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But this Gatsby isn't all crescendos, and in fact turns intimate at times, driven by an impeccable cast. DiCaprio, so often cited for his forever-youthful face (cf. death of American masculinity, movie stars all sissy babies now, where are the guys who can punch or rape or whatever, etc.), makes a damn near perfect Jay Gatsby. In real life, he's approaching 40 and, with it, a decade more on the clock than this iconic character, but that clean-cut non-mug of his gives Gatsby just the right mix of quasi-sophistication and youthful naivete. He's at once imposing in his confidence and childlike in his desire to please Daisy, with plenty of shots of him more or less lurking in the bushes. Mulligan's Daisy Buchanan is a bit more opaque than the flighty and careless woman on the page, but Mulligan's charm fills in what the book allows us, by virtue of projection or imagination or description (take your pick) to provide ourselves: a reason, however flimsy and underdeveloped, for Gatsby's love and delusion. The character could have used, perhaps, a touch more upper-class thoughtlessness, but Luhrmann isn't romanticizing—it couldn't be clearer that Gatsby is nuts for her in the bad way, not least in their reintroduction scene, from which the film mines unexpected hilarity. Rather, he's humanizing. He can't hate Daisy, or even truly disdain her, because anyone short of a hissable villain gains his sympathy. Edgerton's Tom takes that role here, a little too easily, but then again, I don't recall Tom getting much sympathy from me during any of my three times with the book, either.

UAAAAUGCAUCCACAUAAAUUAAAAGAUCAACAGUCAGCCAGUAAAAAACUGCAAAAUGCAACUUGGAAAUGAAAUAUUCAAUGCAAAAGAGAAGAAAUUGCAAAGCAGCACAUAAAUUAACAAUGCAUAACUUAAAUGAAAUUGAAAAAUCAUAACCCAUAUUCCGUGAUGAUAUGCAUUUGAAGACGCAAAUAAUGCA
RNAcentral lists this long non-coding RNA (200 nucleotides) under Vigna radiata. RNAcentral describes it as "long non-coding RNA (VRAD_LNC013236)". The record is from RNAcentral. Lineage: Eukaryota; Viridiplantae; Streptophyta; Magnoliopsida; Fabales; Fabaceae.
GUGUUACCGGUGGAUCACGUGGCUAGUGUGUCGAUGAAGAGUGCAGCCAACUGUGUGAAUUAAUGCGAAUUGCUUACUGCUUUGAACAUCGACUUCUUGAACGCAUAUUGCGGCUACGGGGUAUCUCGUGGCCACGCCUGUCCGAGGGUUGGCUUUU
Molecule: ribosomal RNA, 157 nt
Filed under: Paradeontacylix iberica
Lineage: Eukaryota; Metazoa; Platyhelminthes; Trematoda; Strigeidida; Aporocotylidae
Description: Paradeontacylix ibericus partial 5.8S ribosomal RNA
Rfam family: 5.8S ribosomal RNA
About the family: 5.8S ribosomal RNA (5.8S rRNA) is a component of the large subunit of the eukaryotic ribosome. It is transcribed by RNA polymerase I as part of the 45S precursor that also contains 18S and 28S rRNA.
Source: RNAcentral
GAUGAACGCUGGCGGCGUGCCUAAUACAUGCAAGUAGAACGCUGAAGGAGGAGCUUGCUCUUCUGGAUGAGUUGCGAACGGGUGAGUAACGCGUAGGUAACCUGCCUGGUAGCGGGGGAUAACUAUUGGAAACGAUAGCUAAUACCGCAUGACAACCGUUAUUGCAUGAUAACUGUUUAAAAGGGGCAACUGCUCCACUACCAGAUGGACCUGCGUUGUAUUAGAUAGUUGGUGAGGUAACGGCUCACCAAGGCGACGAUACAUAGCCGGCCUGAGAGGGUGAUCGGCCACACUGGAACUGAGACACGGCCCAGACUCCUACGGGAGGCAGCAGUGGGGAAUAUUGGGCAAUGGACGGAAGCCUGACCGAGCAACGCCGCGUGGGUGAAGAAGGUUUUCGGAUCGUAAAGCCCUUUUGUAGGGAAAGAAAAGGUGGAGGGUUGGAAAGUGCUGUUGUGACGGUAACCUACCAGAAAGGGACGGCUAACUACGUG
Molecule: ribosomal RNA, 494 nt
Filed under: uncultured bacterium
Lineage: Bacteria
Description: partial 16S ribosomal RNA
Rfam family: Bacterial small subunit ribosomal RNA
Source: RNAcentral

Now's as good a time as any to mention that The Great Gatsby is, indeed, one of my favorite books. Somehow, I doubt that this is original. And just as it seems difficult, bordering on understandably impossible, for many critics to engage with Gatsby without involving their own feelings for and interpretations of the book, having read some reviews it's difficult for me to focus solely on Gatsby the movie without thinking of Gatsby the literature that film critics apparently feel a deep-seated need to defend—and their accompanying tendencies toward English-prof lecturing in doing so. Luhrmann, goes a school of thought that may well have been completed around the release of the first trailer, has captured the superficial glitz of the novel but not its soul, reducing Gatsby and Daisy to just another romance doomed by melodramatic circumstance and cinematic oversimplification, abetted by overdesigned clothes and overdressed sets.
Thing is, this dismissal of Gatsby as just one more Baz Luhrmann extravaganza flies in the face of some pretty damn obvious stylistic departures, even if the framework feels familiar (the man at the typewriter could be as easily borrowed from Moulin Rouge as from a sense of Fitzgerald's personal history). The denial would be more appropriate from actual English professors; from film critics who are supposed to, you know, watch movies, not just pontificate on their themes, it's a little disappointing. Most obviously, Luhrmann is shooting in 3D, which slows his cutting considerably, lest the audience's eye sockets throw their contents right up in protest. Romeo and Juleit and Moulin Rouge both begin in a hush that quickly shoots into a frenzy, and that technique is simply unavailable here.